Optimal - The Blog

April 1, 2024

ODX FYI: Dysbiosis in Pictures

Dysbiosis, Dysfunction, and Disease

  • The human microbiome faces numerous challenges throughout life, including injuries, pathogen aggression, pollution, hormonal variations, genetic predisposition, unbalanced nutrition, and diseases, leading to microbial reconfiguration and various illnesses.
  • Disruption of the microbiome's balance, known as dysbiosis, can result in diseases such as cancer, irritable bowel syndrome, rheumatoid arthritis, acne, gastric ulcers, obesity, and hypertension, as well as contributing to pulmonary disorders, digestive complications, and neurological abnormalities.
  • Rebiosis, the restoration of the native microbiota, is an effective remedy for dysbiosis, utilizing therapeutic tools like probiotics, prebiotics, and synbiotics to rectify the imbalance.
  • Probiotics, such as Lactobacillus spp, replenish and rejuvenate the microbiome, while prebiotics, like fructose oligosaccharides (FOS), promote the growth of select microbes. Synbiotics combine both probiotics and prebiotics to effectively remedy dysbiosis.
  • Understanding the molecular mechanisms of dysbiosis and rebiosis can provide non-invasive methods for preventing and curing diseases with probiotics and prebiotics, significantly impacting our well-being.

Reading is fundamental, but pictures are more fun...

Factors resulting in the disruption of the microbiome lead to dysbiosis. (Note the lack of microbial diversity in the distressed microbiome)

Diseases and dysbiosis. (These medical complications can be initiated by dysbiosis)

Hormonal and nutrient fluctuations trigger acne. (The dysbiosis caused by these events provokes inflammation)

Sugary diet and dental cavities. (The organic acids produced by the imbalanced microbial community decrease the pH and attack the enamel; hypothiocyanite is a potent antimicrobial agent)

Halitosis: bad breath and oral microbes. (The volatile sulphur compounds are the leading cause of bad breath, dysbiosis also impedes the production of antimicrobials like hypothiocyanite)

Chronic obstructive pulmonary disease and the lung microbiome. (The remodeling of the lungs leads to decreased functional capacity)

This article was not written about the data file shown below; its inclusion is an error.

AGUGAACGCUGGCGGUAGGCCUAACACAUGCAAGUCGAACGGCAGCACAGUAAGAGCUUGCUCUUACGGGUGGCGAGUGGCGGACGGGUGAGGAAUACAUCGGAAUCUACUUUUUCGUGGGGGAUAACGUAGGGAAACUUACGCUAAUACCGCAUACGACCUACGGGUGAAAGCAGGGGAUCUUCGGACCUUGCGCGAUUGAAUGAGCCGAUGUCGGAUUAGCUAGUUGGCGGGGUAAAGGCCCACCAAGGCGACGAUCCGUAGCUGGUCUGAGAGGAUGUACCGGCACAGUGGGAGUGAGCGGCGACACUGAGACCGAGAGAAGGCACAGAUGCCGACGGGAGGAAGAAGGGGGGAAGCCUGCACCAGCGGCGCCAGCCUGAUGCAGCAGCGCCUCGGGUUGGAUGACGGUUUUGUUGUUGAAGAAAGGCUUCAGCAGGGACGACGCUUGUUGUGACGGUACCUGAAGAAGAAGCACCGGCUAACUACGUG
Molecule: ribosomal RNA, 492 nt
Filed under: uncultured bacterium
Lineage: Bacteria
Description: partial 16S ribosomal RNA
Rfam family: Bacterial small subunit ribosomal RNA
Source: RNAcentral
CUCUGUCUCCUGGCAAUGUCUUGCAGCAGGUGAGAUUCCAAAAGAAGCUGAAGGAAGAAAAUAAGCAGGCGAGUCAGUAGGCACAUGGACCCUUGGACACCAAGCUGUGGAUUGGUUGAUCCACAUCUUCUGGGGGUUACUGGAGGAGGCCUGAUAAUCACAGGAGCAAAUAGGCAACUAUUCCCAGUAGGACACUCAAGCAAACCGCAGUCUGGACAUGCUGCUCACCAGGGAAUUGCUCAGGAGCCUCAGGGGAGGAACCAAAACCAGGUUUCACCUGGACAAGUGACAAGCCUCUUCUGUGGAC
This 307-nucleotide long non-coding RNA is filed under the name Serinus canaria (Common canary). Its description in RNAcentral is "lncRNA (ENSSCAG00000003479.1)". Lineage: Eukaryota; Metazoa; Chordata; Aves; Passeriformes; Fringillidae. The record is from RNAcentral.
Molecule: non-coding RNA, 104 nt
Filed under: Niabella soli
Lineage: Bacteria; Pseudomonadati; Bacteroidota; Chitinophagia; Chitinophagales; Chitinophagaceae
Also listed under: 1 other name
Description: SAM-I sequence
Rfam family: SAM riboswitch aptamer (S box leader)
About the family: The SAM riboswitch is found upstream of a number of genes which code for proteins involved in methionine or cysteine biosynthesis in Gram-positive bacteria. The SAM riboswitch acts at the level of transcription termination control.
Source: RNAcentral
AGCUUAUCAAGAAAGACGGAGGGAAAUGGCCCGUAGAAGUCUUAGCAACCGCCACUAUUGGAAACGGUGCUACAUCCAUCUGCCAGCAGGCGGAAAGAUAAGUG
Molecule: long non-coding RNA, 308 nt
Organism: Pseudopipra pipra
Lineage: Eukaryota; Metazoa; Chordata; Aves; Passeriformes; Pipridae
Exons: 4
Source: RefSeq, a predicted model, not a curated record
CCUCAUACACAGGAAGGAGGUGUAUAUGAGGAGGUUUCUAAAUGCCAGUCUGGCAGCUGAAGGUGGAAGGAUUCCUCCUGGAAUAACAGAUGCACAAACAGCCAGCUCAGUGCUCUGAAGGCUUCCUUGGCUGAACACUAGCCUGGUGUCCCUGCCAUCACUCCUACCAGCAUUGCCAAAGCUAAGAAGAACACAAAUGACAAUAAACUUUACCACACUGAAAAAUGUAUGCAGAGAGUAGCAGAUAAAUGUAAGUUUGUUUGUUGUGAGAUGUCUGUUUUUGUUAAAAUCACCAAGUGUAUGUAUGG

Gastrointestinal microbiome and stomach diseases. (The disruption of the pH is the main culprit)

Irritable bowel syndrome. (A reaction to microbial perturbation leading to inflammation and damage in the intestine)

Fatty liver and coronary diseases. (the microbial activity triggers the production of triglycerides and trimethylamine oxide)

Dysbiosis, abnormal metabolite production and neurological disorders

Colorectal cancer triggered by microbial imbalance in the colon. (Decrease in detoxification and increase in cancerogenic metabolites and enzymes)

Summary of dysbiosis: causes and diseases

Nurturing of the microbiome, the brain and the muscle. (activities and nutrients involved in fortifying these organs)

Functions of probiotics in human health

Link between dysbiosis, probiotics and prebiotics

Probiotics: the natural cure for diseases

Microbes as biomarkers for diseases

Microbial therapy: Microbes to cure diseases

Prebiotics: the microbiome fertilizers

Prebiotics and their health impact

Prebiotics and their molecular interactions

Probiotics and prebiotics to counter dysbiosis and diseases

Prebiotics: Anthocyanins against obesity


Appanna, Vasu D.. “Dysbiosis, Probiotics, and Prebiotics: In Diseases and Health.” Human Microbes - The Power Within: Health, Healing and Beyond 81–122. 6 Feb. 2018, doi:10.1007/978-981-10-7684-8_3
This article is made available via the PMC Open Access Subset for unrestricted research re-use and secondary analysis in any form or by any means with acknowledgement of the original source.

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